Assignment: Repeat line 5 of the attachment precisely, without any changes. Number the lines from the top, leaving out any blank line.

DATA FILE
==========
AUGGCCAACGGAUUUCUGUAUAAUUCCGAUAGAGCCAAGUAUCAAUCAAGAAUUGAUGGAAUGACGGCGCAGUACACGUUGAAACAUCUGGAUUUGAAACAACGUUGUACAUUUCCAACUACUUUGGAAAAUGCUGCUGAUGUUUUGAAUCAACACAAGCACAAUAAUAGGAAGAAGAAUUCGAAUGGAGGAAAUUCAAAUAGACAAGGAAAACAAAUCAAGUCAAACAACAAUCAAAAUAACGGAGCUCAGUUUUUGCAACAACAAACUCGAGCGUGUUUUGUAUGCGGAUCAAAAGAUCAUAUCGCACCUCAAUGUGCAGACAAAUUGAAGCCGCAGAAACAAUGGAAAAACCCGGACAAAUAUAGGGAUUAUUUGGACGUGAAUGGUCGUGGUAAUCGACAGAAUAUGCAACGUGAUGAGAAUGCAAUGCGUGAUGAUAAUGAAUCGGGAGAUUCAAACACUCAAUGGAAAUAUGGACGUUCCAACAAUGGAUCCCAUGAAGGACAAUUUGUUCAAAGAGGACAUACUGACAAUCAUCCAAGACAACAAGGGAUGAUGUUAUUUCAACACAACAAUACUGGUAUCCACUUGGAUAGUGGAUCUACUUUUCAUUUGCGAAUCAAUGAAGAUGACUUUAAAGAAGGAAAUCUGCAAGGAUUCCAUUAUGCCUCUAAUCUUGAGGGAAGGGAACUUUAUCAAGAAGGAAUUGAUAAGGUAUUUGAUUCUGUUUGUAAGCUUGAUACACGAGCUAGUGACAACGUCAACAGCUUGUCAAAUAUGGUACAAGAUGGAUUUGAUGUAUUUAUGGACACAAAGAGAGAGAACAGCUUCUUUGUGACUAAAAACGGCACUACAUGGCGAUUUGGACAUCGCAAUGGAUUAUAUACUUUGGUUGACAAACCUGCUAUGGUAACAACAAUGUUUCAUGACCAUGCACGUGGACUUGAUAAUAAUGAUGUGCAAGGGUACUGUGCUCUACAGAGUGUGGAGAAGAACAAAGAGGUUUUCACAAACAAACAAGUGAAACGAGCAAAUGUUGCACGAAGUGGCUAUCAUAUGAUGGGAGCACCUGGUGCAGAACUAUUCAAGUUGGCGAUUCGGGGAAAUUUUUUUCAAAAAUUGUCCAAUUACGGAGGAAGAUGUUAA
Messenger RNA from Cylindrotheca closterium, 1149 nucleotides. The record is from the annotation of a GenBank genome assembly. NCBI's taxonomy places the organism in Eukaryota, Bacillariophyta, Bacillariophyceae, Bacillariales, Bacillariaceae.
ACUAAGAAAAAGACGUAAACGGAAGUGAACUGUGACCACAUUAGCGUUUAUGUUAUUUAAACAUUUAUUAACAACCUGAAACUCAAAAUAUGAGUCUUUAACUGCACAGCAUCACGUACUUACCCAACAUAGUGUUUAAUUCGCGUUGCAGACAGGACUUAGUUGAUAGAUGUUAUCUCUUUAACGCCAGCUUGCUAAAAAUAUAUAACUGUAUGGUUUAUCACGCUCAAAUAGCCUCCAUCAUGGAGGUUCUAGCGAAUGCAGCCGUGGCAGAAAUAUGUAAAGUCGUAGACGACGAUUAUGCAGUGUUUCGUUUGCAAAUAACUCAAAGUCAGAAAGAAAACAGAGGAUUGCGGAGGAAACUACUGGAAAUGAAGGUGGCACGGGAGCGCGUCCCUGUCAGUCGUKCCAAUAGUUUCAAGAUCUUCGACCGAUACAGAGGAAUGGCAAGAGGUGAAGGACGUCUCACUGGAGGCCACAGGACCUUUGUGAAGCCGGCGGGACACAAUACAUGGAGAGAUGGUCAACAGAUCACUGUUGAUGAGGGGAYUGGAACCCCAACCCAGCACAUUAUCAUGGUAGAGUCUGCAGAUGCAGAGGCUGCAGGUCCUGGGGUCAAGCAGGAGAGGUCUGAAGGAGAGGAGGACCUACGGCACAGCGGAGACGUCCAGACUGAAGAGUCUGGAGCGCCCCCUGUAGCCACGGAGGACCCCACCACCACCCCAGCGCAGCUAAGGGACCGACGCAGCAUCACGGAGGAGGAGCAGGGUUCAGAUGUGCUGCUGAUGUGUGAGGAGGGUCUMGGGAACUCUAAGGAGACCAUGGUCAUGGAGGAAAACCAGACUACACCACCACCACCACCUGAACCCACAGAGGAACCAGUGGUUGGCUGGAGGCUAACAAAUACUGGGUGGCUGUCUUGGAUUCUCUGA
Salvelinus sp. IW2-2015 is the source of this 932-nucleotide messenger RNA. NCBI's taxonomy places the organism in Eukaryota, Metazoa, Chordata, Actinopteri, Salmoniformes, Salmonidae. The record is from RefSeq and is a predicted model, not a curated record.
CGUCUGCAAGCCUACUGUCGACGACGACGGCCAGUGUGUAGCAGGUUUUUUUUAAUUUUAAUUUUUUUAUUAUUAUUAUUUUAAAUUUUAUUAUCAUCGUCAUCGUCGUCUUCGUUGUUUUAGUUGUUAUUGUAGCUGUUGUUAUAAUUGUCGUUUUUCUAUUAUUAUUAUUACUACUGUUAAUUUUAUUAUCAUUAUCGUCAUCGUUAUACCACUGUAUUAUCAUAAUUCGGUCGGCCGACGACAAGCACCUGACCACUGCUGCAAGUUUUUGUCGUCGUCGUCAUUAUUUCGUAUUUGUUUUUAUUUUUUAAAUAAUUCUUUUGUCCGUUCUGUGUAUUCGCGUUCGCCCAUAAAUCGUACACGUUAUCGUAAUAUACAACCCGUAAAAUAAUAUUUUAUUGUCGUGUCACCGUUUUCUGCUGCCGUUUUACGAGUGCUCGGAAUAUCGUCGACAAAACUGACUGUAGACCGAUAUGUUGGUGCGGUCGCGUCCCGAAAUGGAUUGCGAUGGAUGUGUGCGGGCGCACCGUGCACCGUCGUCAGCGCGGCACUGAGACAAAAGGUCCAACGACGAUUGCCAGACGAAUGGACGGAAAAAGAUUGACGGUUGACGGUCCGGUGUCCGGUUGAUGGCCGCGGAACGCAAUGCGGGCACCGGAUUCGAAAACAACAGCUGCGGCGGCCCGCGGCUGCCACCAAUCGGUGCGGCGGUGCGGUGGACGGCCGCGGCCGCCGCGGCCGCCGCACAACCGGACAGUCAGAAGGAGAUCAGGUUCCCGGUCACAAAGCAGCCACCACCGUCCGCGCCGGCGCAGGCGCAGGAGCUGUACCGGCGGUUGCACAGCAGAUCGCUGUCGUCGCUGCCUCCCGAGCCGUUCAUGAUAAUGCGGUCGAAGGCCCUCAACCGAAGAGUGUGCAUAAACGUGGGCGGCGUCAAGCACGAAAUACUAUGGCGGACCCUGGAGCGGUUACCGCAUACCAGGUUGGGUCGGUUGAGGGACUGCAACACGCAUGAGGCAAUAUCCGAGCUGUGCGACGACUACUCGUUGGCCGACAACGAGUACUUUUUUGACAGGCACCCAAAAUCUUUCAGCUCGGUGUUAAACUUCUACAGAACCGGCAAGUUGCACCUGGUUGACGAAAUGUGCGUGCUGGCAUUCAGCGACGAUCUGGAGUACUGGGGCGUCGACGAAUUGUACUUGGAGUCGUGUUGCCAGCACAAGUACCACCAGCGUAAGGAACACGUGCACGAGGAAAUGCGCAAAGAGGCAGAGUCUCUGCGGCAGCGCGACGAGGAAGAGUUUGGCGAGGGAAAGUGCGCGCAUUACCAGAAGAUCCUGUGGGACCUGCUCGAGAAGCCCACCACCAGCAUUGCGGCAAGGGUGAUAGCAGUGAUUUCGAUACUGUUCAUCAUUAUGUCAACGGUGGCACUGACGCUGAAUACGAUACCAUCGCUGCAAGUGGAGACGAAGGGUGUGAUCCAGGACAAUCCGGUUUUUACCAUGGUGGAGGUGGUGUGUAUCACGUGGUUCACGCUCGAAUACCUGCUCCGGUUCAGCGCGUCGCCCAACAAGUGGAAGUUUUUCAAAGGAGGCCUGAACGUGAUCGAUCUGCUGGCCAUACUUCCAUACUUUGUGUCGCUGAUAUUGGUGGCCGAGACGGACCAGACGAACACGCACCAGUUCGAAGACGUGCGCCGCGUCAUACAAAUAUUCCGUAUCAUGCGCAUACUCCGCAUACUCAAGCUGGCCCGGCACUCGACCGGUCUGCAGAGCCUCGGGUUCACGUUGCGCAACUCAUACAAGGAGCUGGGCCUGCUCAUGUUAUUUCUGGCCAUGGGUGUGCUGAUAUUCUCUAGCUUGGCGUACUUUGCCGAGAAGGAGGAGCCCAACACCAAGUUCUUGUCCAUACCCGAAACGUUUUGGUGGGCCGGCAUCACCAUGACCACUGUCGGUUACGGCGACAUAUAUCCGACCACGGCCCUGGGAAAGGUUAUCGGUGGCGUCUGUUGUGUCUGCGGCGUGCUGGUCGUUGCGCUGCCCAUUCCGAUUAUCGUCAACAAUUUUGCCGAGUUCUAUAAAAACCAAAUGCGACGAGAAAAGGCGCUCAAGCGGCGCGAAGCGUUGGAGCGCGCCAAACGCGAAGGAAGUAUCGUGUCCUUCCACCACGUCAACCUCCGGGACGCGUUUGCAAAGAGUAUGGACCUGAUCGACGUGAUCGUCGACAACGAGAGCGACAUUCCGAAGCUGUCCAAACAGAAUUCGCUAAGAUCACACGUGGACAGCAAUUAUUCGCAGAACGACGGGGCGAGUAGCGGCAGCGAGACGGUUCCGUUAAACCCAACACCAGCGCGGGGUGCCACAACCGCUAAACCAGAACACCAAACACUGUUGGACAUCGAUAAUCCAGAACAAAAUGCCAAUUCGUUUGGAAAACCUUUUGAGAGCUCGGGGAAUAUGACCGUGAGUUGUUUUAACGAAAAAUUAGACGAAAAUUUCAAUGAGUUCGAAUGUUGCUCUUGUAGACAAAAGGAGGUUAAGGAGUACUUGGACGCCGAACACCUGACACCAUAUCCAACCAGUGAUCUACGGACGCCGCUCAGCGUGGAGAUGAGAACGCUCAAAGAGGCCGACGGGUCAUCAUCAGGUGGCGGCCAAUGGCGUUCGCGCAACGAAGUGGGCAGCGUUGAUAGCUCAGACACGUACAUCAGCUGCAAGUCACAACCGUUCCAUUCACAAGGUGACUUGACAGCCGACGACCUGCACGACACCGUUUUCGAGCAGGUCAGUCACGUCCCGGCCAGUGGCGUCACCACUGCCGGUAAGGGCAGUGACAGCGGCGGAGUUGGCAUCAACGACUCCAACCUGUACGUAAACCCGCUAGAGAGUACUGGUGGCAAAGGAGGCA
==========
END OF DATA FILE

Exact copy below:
CGUCUGCAAGCCUACUGUCGACGACGACGGCCAGUGUGUAGCAGGUUUUUUUUAAUUUUAAUUUUUUUAUUAUUAUUAUUUUAAAUUUUAUUAUCAUCGUCAUCGUCGUCUUCGUUGUUUUAGUUGUUAUUGUAGCUGUUGUUAUAAUUGUCGUUUUUCUAUUAUUAUUAUUACUACUGUUAAUUUUAUUAUCAUUAUCGUCAUCGUUAUACCACUGUAUUAUCAUAAUUCGGUCGGCCGACGACAAGCACCUGACCACUGCUGCAAGUUUUUGUCGUCGUCGUCAUUAUUUCGUAUUUGUUUUUAUUUUUUAAAUAAUUCUUUUGUCCGUUCUGUGUAUUCGCGUUCGCCCAUAAAUCGUACACGUUAUCGUAAUAUACAACCCGUAAAAUAAUAUUUUAUUGUCGUGUCACCGUUUUCUGCUGCCGUUUUACGAGUGCUCGGAAUAUCGUCGACAAAACUGACUGUAGACCGAUAUGUUGGUGCGGUCGCGUCCCGAAAUGGAUUGCGAUGGAUGUGUGCGGGCGCACCGUGCACCGUCGUCAGCGCGGCACUGAGACAAAAGGUCCAACGACGAUUGCCAGACGAAUGGACGGAAAAAGAUUGACGGUUGACGGUCCGGUGUCCGGUUGAUGGCCGCGGAACGCAAUGCGGGCACCGGAUUCGAAAACAACAGCUGCGGCGGCCCGCGGCUGCCACCAAUCGGUGCGGCGGUGCGGUGGACGGCCGCGGCCGCCGCGGCCGCCGCACAACCGGACAGUCAGAAGGAGAUCAGGUUCCCGGUCACAAAGCAGCCACCACCGUCCGCGCCGGCGCAGGCGCAGGAGCUGUACCGGCGGUUGCACAGCAGAUCGCUGUCGUCGCUGCCUCCCGAGCCGUUCAUGAUAAUGCGGUCGAAGGCCCUCAACCGAAGAGUGUGCAUAAACGUGGGCGGCGUCAAGCACGAAAUACUAUGGCGGACCCUGGAGCGGUUACCGCAUACCAGGUUGGGUCGGUUGAGGGACUGCAACACGCAUGAGGCAAUAUCCGAGCUGUGCGACGACUACUCGUUGGCCGACAACGAGUACUUUUUUGACAGGCACCCAAAAUCUUUCAGCUCGGUGUUAAACUUCUACAGAACCGGCAAGUUGCACCUGGUUGACGAAAUGUGCGUGCUGGCAUUCAGCGACGAUCUGGAGUACUGGGGCGUCGACGAAUUGUACUUGGAGUCGUGUUGCCAGCACAAGUACCACCAGCGUAAGGAACACGUGCACGAGGAAAUGCGCAAAGAGGCAGAGUCUCUGCGGCAGCGCGACGAGGAAGAGUUUGGCGAGGGAAAGUGCGCGCAUUACCAGAAGAUCCUGUGGGACCUGCUCGAGAAGCCCACCACCAGCAUUGCGGCAAGGGUGAUAGCAGUGAUUUCGAUACUGUUCAUCAUUAUGUCAACGGUGGCACUGACGCUGAAUACGAUACCAUCGCUGCAAGUGGAGACGAAGGGUGUGAUCCAGGACAAUCCGGUUUUUACCAUGGUGGAGGUGGUGUGUAUCACGUGGUUCACGCUCGAAUACCUGCUCCGGUUCAGCGCGUCGCCCAACAAGUGGAAGUUUUUCAAAGGAGGCCUGAACGUGAUCGAUCUGCUGGCCAUACUUCCAUACUUUGUGUCGCUGAUAUUGGUGGCCGAGACGGACCAGACGAACACGCACCAGUUCGAAGACGUGCGCCGCGUCAUACAAAUAUUCCGUAUCAUGCGCAUACUCCGCAUACUCAAGCUGGCCCGGCACUCGACCGGUCUGCAGAGCCUCGGGUUCACGUUGCGCAACUCAUACAAGGAGCUGGGCCUGCUCAUGUUAUUUCUGGCCAUGGGUGUGCUGAUAUUCUCUAGCUUGGCGUACUUUGCCGAGAAGGAGGAGCCCAACACCAAGUUCUUGUCCAUACCCGAAACGUUUUGGUGGGCCGGCAUCACCAUGACCACUGUCGGUUACGGCGACAUAUAUCCGACCACGGCCCUGGGAAAGGUUAUCGGUGGCGUCUGUUGUGUCUGCGGCGUGCUGGUCGUUGCGCUGCCCAUUCCGAUUAUCGUCAACAAUUUUGCCGAGUUCUAUAAAAACCAAAUGCGACGAGAAAAGGCGCUCAAGCGGCGCGAAGCGUUGGAGCGCGCCAAACGCGAAGGAAGUAUCGUGUCCUUCCACCACGUCAACCUCCGGGACGCGUUUGCAAAGAGUAUGGACCUGAUCGACGUGAUCGUCGACAACGAGAGCGACAUUCCGAAGCUGUCCAAACAGAAUUCGCUAAGAUCACACGUGGACAGCAAUUAUUCGCAGAACGACGGGGCGAGUAGCGGCAGCGAGACGGUUCCGUUAAACCCAACACCAGCGCGGGGUGCCACAACCGCUAAACCAGAACACCAAACACUGUUGGACAUCGAUAAUCCAGAACAAAAUGCCAAUUCGUUUGGAAAACCUUUUGAGAGCUCGGGGAAUAUGACCGUGAGUUGUUUUAACGAAAAAUUAGACGAAAAUUUCAAUGAGUUCGAAUGUUGCUCUUGUAGACAAAAGGAGGUUAAGGAGUACUUGGACGCCGAACACCUGACACCAUAUCCAACCAGUGAUCUACGGACGCCGCUCAGCGUGGAGAUGAGAACGCUCAAAGAGGCCGACGGGUCAUCAUCAGGUGGCGGCCAAUGGCGUUCGCGCAACGAAGUGGGCAGCGUUGAUAGCUCAGACACGUACAUCAGCUGCAAGUCACAACCGUUCCAUUCACAAGGUGACUUGACAGCCGACGACCUGCACGACACCGUUUUCGAGCAGGUCAGUCACGUCCCGGCCAGUGGCGUCACCACUGCCGGUAAGGGCAGUGACAGCGGCGGAGUUGGCAUCAACGACUCCAACCUGUACGUAAACCCGCUAGAGAGUACUGGUGGCAAAGGAGGCA